Posts Tagged ‘budgeting’

Will applying for rewards cards hurt your credit score?

Ever see the reward cards that advertise thousands of travel miles for just opening an account?  I recently got the Capital One Venture Card and was wondering how my credit score would be affected if I applied for several of these cards.

The post below is by RJ Weis at Gen Y Wealth.  He applied for several cards and tested the impact on his credit score.  What do you think happened?  The results were surprising! Read below:

The Impact of Travel Hacking on Your Credit Score

by RJ on May 15, 2011

The last time I checked my credit score, it was at 717. That was on June 12, 2010.

Since then, I have applied for 4 different credit cards. The purpose for applying to each of these cards was to earn free miles.

The four cards I applied four earned me 200,000 miles. That’s good for 4 round trip tickets to many international destinations.

So how did this impact my credit score?

Let’s find out.

Last time I checked my credit score, I did so using MyFico. Now it costs $20 to get a credit score at MyFico, so instead I’m using Equifax. You can view your FICO® score through Equifax for $15.95.

I’m happy to report that my credit score as of 5/13/2011 is 752. An actual increase!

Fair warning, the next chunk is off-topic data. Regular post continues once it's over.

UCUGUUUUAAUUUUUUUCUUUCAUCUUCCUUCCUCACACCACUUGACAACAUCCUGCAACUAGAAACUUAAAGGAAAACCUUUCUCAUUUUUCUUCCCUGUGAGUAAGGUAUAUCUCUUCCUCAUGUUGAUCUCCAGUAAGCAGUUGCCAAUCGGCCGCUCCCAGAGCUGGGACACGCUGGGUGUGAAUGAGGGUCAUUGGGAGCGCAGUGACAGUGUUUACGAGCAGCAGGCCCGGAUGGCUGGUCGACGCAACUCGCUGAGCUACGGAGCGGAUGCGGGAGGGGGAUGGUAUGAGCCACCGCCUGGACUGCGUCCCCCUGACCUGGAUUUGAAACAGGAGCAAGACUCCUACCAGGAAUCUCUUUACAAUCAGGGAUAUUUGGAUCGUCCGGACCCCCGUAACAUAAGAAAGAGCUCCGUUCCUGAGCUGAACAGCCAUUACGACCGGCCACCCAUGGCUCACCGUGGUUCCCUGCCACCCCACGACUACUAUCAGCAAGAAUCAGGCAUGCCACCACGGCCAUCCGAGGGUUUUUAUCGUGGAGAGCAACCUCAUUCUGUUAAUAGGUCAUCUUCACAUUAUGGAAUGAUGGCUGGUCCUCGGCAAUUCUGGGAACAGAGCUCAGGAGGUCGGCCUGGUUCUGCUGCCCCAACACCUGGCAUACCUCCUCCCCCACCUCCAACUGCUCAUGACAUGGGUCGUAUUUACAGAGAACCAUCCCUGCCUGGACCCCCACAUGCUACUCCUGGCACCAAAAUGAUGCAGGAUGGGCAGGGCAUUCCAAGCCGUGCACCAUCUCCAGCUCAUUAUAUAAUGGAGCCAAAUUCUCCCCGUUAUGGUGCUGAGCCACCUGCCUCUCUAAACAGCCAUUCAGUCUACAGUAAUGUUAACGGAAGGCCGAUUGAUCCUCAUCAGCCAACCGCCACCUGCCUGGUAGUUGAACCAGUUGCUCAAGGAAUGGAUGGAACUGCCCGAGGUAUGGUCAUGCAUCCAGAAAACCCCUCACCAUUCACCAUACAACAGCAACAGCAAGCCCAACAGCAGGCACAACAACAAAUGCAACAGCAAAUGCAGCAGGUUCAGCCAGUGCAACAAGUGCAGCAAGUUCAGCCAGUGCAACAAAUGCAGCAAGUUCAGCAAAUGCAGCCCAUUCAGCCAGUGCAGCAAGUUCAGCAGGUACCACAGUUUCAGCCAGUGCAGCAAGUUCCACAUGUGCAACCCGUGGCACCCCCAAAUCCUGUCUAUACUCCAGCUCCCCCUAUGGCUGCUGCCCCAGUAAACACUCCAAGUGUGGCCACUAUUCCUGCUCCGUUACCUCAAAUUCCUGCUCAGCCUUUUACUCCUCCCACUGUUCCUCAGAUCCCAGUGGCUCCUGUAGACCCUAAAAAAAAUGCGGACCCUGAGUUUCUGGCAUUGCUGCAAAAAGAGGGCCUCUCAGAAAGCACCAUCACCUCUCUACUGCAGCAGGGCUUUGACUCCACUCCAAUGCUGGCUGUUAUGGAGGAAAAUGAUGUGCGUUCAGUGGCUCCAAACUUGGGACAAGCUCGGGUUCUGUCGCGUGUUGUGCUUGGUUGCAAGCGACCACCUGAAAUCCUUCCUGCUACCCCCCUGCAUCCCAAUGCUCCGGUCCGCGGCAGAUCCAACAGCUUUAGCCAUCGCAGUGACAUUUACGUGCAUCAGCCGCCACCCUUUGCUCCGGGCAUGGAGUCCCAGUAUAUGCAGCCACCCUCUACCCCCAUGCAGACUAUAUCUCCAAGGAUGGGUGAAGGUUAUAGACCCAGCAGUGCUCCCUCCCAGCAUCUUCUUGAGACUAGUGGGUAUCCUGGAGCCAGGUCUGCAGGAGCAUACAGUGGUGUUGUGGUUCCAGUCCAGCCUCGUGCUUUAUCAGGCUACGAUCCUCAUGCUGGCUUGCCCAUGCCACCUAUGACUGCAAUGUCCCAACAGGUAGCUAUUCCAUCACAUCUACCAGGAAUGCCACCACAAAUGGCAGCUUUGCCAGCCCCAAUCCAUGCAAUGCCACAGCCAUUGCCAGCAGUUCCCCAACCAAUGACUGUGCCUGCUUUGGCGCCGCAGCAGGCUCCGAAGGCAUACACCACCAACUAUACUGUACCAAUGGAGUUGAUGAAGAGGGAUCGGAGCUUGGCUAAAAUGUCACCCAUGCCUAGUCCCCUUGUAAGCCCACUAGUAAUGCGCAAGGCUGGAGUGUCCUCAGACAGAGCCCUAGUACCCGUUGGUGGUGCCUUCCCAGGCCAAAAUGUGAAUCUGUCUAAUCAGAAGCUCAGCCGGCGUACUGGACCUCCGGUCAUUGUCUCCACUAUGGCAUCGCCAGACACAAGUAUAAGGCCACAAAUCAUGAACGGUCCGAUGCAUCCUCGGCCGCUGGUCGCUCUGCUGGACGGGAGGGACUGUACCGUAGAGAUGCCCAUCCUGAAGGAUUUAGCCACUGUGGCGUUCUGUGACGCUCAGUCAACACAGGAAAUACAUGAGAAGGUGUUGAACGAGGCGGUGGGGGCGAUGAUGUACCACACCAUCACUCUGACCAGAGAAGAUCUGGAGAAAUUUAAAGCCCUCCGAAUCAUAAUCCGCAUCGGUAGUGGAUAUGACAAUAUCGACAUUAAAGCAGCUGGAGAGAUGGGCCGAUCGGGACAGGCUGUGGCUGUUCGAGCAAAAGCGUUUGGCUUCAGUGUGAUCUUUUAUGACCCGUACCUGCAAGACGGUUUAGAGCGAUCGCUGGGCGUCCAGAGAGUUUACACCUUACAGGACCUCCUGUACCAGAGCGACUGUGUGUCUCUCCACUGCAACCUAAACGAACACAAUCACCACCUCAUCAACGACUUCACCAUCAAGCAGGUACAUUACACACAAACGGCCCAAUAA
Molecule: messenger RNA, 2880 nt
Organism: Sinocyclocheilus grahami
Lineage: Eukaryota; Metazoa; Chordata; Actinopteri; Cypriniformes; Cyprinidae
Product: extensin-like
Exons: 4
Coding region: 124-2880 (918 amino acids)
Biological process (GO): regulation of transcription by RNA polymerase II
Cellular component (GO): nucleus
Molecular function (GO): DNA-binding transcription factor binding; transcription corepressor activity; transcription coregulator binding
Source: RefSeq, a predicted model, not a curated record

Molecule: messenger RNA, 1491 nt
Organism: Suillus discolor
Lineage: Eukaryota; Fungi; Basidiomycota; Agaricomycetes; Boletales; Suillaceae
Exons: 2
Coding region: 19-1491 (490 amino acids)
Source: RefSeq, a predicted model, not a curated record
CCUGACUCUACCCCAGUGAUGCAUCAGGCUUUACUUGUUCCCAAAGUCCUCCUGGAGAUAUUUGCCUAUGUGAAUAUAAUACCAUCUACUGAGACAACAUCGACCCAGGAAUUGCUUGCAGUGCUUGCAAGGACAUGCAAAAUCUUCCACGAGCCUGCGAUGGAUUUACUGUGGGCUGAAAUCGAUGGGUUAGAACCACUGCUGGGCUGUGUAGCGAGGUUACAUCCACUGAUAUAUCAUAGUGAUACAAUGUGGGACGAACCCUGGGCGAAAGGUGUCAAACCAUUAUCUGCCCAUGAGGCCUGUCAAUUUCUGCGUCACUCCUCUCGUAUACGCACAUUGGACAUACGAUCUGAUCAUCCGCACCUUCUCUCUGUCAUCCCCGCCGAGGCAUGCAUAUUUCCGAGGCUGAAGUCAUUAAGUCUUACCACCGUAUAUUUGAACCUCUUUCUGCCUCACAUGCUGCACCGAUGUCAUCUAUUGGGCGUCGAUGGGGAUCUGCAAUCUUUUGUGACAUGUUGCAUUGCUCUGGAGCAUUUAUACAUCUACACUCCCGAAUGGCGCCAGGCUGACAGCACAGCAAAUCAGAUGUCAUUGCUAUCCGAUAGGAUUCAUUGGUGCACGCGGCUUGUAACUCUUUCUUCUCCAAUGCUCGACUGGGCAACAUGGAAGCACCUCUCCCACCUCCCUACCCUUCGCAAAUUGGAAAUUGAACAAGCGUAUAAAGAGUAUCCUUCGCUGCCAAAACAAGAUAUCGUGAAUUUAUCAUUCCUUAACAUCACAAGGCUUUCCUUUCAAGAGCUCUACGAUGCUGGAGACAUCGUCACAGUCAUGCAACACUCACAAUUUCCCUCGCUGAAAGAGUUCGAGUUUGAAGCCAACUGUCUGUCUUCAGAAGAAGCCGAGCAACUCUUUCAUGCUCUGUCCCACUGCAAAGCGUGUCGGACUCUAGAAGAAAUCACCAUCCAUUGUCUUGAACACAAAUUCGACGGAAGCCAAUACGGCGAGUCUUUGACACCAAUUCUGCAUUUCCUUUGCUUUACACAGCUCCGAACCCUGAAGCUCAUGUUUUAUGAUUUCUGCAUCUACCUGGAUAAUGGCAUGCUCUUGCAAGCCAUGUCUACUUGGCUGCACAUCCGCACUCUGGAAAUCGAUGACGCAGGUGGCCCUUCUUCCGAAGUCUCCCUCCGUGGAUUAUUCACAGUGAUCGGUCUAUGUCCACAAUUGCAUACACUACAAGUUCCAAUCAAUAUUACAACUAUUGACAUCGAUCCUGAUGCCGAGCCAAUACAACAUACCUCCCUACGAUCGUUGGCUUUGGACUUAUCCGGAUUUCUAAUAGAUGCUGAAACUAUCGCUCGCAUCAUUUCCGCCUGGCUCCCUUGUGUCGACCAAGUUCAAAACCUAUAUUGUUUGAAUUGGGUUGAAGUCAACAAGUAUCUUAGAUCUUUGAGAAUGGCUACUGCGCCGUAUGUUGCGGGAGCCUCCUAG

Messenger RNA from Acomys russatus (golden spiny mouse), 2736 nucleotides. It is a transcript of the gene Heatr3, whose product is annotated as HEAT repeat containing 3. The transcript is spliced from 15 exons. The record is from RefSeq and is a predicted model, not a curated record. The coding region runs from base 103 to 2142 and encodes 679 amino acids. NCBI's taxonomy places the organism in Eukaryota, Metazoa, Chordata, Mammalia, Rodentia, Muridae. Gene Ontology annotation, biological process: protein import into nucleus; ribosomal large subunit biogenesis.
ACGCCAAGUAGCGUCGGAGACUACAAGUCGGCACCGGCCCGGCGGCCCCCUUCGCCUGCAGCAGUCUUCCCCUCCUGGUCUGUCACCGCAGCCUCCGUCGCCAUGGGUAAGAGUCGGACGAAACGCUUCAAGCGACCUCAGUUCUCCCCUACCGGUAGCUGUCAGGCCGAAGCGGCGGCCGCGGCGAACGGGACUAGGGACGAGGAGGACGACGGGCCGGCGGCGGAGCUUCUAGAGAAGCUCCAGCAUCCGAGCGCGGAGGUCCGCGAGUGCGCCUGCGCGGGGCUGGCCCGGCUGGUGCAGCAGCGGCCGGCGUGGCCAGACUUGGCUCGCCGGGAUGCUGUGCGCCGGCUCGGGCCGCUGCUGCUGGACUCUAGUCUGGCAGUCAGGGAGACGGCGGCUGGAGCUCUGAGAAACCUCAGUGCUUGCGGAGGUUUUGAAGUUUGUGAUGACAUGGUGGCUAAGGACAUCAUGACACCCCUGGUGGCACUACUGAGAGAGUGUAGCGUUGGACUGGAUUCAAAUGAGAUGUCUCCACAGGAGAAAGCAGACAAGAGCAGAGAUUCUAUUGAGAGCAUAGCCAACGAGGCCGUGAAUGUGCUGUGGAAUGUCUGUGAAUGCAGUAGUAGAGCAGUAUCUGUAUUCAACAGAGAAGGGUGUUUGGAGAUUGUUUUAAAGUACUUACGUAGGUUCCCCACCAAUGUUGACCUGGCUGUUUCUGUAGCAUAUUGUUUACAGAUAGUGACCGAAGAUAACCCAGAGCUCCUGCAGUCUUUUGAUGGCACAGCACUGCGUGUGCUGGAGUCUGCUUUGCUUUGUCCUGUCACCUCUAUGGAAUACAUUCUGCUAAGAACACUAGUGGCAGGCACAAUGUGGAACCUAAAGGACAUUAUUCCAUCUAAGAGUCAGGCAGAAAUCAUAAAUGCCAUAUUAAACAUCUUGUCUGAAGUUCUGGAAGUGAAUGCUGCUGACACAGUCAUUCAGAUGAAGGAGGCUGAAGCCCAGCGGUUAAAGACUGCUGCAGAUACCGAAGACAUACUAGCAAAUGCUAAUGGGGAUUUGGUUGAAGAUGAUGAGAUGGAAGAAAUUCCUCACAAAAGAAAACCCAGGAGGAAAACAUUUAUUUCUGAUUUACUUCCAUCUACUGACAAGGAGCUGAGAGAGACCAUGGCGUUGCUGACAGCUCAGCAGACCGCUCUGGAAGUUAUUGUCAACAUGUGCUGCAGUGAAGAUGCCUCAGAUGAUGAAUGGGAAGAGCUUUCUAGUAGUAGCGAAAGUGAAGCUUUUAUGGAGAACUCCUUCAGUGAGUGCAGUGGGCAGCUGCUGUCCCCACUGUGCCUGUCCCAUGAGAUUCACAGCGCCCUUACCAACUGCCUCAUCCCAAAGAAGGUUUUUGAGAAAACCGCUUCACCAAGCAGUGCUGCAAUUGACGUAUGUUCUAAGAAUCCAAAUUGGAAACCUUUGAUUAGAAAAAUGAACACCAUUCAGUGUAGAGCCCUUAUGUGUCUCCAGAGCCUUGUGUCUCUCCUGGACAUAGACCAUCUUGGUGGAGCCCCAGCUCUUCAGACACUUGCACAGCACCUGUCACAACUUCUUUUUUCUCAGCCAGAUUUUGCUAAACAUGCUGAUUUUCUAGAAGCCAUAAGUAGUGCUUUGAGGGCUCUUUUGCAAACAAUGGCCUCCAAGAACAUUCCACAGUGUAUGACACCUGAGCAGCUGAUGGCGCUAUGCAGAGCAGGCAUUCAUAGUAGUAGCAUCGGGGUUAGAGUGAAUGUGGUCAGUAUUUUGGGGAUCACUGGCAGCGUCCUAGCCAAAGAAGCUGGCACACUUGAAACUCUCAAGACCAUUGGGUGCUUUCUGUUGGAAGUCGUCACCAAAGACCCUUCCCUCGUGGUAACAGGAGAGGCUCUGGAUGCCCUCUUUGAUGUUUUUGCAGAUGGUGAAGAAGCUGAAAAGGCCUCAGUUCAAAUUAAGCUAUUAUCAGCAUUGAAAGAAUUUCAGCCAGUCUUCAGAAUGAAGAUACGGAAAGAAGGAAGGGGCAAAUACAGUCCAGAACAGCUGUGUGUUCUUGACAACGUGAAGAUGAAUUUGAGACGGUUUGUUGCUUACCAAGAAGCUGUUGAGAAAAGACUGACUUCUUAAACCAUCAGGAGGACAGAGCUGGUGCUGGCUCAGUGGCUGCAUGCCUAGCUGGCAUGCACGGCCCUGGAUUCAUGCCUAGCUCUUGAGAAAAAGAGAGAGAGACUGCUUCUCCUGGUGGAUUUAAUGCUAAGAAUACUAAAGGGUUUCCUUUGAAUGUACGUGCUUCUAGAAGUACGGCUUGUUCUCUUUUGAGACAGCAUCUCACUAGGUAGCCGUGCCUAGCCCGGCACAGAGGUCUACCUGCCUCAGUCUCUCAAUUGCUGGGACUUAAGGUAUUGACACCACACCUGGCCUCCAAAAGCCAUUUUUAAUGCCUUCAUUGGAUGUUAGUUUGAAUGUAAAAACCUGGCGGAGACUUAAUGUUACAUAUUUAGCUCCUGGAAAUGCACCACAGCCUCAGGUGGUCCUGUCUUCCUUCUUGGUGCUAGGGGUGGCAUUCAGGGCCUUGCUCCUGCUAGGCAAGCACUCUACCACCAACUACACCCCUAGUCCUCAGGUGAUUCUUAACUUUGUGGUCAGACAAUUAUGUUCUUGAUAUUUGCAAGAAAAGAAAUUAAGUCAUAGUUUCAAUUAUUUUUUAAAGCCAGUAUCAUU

Why did it go up? I can think of a few reasons.

  1. I only had one credit card before, so more credit cards improved my utilization rate.
  2. I paid all of my bills on time.
  3. I didn’t apply for many credit cards all at once. Although, I’m not entirely sure if this helps or not.

One of the biggest assumptions about travel hacking is the negative impact on your credit score. Everyone’s credit situation is different and nobody knows exactly what goes into this calculation. However, my point is that you should always test assumptions. Many times, they’re incorrect.

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How the iPhone cost as much as a trip to Greece!

I love to travel and enjoy fashion, but electronics are not a big deal to me. I normally buy new gadgets when I need them and rarely because they’re new or sexy—except for the iPhone.
 

I succumbed to pressure from my new team at work and bought the iPhone. One guy, Brian, should’ve worked for Apple’s marketing team.  He was constantly thinking up new iPhone commercials.  For months, I heard teammates say—“There’s an app for that . . . . Check out this flashlight app . . . . The iPhone does this faster . . . . Google maps is much better on an iPhone,” and many more comments.  It felt like working in an infomercial! When Brian showed me how to hack into the iPhone to get internet access on my laptop for no additional charge, I was sold.  I bought the iPhone a few weeks later, justifying the purchase with the free internet.

1st Problem: Justifying Long-Term Costs with Short-Term Benefits

I justified an ongoing, long-term cost—monthly plan and maintenance to the iPhone— with a temporary benefit.  Apple would eventually block the hack, which they did a few months later. Once I couldn’t use my iPhone to get internet on my laptop, I lost my main benefit and was stuck with the ongoing costs. Long-term costs should only be justified with long-term benefits; otherwise, when the short-term benefits are over, you end up stuck with all costs and none of the value.